Israeli Ambassador: Give Lebanon Back to the Lebanese

This is a partial transcript from "On the Record," July 24, 2006, that has been edited for clarity.

GRETA VAN SUSTEREN, HOST: At this hour, anything could happen right before our eyes. Rockets explode on Israeli towns, and some Israeli soldiers are dying while others fight in ground raids in Lebanese villages. What can Israel do?

Joining us here in D.C. is Israeli ambassador to the United States Danny Ayalon.

Welcome, sir.


VAN SUSTEREN: Why do they hate you so much?

AYALON: Well, that's a good question. I think they're brainwashed, pretty much, and they are being used by other forces, like Iran, who wants to push their agenda.

And actually, they just don't hate us, they hate the moderate Arab countries. They hate you, as Americans. They hate everything, which is Western. They hate everything, which is not extreme radical Islamist.

And they see Israel as, let's say, a bastion of Western civilization in the heart of the Middle East. They would like the entire Middle East to become Islamic, as a springboard to make Europe Islamic, central republics of Asia, and ultimately, the United States. Well, we will not let them, will we?

VAN SUSTEREN: Well, I suppose — I mean I've seen what Israel is willing to, you know, settle for.

But the bottom line is they still exist, even under what you're proposing. They're just disarmed, but they still exist. And they have a mission to destroy you. That seems like maybe a short-term resolution, but what about the long term?

AYALON: Well, the long term really is to take Lebanon and give it back to the Lebanese. If there is a regime in Lebanon with a solid political structure, with military capabilities, with the monopoly only governed by a central power in Beirut, then they can take care of Hezbollah.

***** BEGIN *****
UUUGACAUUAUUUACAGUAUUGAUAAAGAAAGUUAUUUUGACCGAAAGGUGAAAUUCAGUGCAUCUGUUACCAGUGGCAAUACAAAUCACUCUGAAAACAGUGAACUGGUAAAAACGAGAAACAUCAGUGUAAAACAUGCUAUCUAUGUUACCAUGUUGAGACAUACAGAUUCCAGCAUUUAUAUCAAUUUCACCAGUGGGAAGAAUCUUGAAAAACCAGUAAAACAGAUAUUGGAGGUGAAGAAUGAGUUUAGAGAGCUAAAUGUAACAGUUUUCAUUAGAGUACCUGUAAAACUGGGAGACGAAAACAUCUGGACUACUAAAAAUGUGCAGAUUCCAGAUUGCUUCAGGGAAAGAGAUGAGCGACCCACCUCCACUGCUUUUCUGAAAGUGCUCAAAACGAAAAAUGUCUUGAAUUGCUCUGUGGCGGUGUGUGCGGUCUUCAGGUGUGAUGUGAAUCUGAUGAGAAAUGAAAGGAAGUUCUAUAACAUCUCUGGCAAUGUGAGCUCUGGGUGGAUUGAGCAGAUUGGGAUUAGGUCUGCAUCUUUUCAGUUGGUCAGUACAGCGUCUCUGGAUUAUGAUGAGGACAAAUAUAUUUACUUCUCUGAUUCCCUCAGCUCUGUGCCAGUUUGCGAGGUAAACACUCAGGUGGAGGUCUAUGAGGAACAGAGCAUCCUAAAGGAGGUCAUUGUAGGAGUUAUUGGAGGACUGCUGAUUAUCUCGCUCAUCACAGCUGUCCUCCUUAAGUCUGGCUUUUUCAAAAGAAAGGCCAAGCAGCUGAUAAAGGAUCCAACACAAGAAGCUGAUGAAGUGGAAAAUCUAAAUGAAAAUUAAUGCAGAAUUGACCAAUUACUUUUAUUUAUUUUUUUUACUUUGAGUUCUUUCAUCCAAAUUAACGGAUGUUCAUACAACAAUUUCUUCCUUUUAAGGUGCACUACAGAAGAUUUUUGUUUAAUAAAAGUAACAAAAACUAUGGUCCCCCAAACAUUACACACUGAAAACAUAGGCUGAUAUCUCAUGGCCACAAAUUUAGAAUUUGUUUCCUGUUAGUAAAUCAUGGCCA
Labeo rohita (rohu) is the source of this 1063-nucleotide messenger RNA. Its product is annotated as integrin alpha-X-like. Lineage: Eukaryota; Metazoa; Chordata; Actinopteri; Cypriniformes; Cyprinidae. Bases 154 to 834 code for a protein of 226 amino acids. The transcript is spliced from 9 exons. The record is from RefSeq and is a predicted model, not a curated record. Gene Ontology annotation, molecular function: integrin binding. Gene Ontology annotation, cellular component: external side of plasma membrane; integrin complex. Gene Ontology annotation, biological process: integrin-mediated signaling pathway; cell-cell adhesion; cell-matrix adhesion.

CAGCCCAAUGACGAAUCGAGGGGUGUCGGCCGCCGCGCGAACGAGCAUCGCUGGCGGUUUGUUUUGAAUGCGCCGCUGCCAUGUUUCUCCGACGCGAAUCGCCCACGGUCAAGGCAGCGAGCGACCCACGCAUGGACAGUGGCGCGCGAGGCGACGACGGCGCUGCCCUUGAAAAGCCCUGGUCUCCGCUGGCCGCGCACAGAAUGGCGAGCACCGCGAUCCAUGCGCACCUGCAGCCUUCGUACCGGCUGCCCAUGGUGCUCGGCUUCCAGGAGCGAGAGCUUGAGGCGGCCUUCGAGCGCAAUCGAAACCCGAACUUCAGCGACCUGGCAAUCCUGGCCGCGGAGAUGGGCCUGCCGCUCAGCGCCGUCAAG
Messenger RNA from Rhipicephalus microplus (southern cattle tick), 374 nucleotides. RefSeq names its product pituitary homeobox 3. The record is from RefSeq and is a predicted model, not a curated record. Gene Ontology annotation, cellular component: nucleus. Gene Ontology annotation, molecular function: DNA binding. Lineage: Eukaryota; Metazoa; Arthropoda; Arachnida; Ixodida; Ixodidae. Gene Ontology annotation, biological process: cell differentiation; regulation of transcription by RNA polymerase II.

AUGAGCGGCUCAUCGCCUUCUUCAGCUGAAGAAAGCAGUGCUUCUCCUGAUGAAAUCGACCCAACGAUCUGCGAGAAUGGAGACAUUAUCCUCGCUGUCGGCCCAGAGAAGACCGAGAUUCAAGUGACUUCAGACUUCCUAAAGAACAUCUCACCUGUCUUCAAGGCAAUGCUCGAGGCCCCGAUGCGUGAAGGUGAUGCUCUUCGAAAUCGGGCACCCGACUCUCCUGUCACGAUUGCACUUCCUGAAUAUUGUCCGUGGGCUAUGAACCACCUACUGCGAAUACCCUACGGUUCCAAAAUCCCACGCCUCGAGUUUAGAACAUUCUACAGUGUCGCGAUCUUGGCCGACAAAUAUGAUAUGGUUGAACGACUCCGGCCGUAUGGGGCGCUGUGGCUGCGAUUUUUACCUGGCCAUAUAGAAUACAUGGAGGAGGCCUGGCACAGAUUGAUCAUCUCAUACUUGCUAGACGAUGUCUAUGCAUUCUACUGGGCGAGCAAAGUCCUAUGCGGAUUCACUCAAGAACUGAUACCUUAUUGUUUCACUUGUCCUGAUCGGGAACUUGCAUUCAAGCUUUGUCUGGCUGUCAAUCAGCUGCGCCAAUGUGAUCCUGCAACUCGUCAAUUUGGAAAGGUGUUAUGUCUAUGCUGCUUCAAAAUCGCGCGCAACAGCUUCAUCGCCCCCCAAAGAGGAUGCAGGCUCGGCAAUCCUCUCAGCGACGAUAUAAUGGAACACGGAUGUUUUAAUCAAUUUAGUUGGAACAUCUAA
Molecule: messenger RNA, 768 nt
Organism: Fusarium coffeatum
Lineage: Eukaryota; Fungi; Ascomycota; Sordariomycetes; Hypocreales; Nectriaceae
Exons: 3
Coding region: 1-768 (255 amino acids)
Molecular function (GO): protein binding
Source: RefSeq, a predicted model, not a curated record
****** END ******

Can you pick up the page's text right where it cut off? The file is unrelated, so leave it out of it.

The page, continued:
If Hezbollah becomes a political party, is it desirable? No. But we will let the Lebanese take care of them.

And I believe when all the dust is settled, the Lebanese themselves, certainly the Christian, Maronites, the Druze, the Shiites, and most of the Sunnis and most of the Shiites, would put the blame squarely at Hezbollah? And I think this is the dynamics that we want to see after it's all done.

VAN SUSTEREN: So you think the evolution would be that Hezbollah, the political and the military, eventually sort of be phased out of the Lebanese government and Lebanese culture? That's what you think is going to happen.

AYALON: Absolutely. And also to detach Lebanon and Hezbollah from the influence of Iran and of Syria.

VAN SUSTEREN: How do you do that?

AYALON: Well, first of all, by winning this war. And we have to win this war. And I tell you, Greta, I'm quite dismayed at some calls. Basically, I hear it at some of the U.N.

On the one hand, they call us for an early ceasefire. At the other hand, they call for, quote, unquote, "restraint." Well, that doesn't go together. It takes us long because we are restrained.

VAN SUSTEREN: Actually, I mean, frankly, I mean, I can understand why you'd be disappointed. With 1559, you got nothing out of that one.

AYALON: Right.